By Nélida Tello
For over a week, thousands have rebelled against the reactionary police in various cities across Colombia after 46 year-old Javier Ordoñez, lawyer and father of two, was killed by police officers in the early hours of September 9 in Bogota.
The arrest of Ordoñez was captured on camera and quickly gained national attention. During the arrest, Ordoñez was repeatedly tased and could be heard pleading for the police to stop. He was then taken to a police station where he was beat and tortured resulting in nine fractures to his skull, injuries to his ribs and a lacerated liver. He died in a local hospital later the same day.
After bystander video went viral, combative protests erupted in Bogota, Medellin, Cundinamarca, Cali, Manizales, Pereira, Barranquilla, Cúcuta, among other cities. The protests echo the uprisings in the United States against the police killings of Black people and show the popular anger against the old states and their armed enforcers across the world.
Confrontations ensued between protesters and police in armored trucks and on horseback. Barricades were strategically used against the police, enabling protesters to burn banks, ATMs, government building, and police stations. By the end of the first day of protests, 53 police stations were vandalized, 43 destroyed, and 17 incinerated in Bogota. Hundreds of protesters were injured and arrested, and 13 were killed by the police.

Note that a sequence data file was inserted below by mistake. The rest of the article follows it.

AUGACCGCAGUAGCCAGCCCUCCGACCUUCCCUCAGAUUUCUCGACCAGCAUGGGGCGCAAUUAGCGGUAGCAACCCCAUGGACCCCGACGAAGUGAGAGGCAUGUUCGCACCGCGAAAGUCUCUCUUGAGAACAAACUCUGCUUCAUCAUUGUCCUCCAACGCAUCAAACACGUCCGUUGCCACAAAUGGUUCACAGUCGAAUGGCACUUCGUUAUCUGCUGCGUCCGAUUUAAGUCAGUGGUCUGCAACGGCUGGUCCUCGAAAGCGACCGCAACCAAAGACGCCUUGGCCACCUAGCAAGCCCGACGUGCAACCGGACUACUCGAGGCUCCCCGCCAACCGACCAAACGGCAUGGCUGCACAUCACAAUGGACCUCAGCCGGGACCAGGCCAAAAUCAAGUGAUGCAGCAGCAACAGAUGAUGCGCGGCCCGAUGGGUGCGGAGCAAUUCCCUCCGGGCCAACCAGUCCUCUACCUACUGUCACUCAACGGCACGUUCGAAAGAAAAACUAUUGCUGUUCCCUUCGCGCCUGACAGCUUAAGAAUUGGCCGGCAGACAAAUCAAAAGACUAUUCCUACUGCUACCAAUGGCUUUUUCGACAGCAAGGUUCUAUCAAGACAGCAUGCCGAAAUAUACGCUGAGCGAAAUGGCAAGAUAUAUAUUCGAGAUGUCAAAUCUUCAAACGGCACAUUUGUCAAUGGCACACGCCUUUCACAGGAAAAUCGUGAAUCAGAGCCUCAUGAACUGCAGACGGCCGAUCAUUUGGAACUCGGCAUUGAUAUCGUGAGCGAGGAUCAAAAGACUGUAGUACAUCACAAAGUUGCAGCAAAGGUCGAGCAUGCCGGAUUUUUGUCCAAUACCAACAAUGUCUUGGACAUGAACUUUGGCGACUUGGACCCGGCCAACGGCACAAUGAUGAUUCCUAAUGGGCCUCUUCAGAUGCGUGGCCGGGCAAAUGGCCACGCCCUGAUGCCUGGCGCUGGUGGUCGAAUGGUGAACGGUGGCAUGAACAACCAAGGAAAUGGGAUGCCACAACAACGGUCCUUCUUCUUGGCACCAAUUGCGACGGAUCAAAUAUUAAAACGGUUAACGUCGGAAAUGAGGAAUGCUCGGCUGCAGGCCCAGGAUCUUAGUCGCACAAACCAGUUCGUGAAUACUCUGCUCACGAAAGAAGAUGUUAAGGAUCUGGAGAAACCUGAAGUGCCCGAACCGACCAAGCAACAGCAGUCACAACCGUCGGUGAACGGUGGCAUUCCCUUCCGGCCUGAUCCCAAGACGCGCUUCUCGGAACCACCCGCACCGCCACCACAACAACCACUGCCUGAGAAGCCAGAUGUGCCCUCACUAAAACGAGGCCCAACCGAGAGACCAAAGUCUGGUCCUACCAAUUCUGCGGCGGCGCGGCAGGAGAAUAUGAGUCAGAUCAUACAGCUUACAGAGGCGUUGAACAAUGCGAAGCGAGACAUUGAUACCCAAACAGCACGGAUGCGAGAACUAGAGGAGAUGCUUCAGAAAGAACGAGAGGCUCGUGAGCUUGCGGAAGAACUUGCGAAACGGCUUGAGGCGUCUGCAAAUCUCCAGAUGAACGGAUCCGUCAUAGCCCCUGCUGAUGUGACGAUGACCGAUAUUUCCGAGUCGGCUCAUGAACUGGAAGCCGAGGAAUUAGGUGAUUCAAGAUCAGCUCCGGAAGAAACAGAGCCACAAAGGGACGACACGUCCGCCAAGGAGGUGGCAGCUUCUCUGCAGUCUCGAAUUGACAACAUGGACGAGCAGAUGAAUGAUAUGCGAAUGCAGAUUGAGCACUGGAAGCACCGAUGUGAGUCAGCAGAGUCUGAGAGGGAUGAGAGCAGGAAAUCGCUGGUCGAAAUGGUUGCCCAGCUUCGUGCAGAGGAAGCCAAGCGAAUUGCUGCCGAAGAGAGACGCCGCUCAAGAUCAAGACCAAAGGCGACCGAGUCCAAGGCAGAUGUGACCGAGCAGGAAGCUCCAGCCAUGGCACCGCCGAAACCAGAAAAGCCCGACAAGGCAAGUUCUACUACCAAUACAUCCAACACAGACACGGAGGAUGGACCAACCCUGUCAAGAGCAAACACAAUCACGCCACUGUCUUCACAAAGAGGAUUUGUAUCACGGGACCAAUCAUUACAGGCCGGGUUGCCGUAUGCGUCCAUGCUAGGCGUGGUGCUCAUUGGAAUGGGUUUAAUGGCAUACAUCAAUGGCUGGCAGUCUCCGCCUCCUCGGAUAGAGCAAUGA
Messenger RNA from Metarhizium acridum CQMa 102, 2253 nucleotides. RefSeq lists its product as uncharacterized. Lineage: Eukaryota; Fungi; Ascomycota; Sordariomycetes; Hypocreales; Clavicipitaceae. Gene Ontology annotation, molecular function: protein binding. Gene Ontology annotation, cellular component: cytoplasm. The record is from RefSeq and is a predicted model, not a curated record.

The Colombian people’s fiery resistance to the police has reverberated across the globe. In Austin, graffiti was seen in solidarity with the uprisings in Colombia reading “From Austin to Colombia / It is Right to Rebel Against Police Violence & Repression!” and a slogan in Spanish that read “For Our Deaths Not a Minute of Silence, but An Entire Life of Combat!”
Both, the Student Movement in Service of the People (MESP), and the Student Union for the People (UEP) played an undeniable role in the Medellin protests, organizing the anger of the people and leading the attack on the police headquarters.
On September 14, MESP and UEP organized a demonstration at the Bicentennial Park in Medellin, where a memorial commemorating 200 years of the military’s supposed service to the country was defaced and vandalized. Protesters denounced the crimes committed by the military against peasants, women, journalists, and the youth and set fire to the statue of a soldier which had been torn from its pedestal. A statue of a peasant which is also part of the memorial was draped in a red flag.
At the demonstration students combated former Medellin mayor Federico Gutiérrez’s red baiting and claims that MESP and UEP were clandestine organizations that had been infiltrated by FARC and the national liberation army (ELN). In public statements, the students affirmed that this was a vile attempt to discredit the protests, isolate revolutionary organizations from the people, and to intimidate youth from rebelling. MESP and UEP affirmed their conviction to fight alongside the people despite these attacks.
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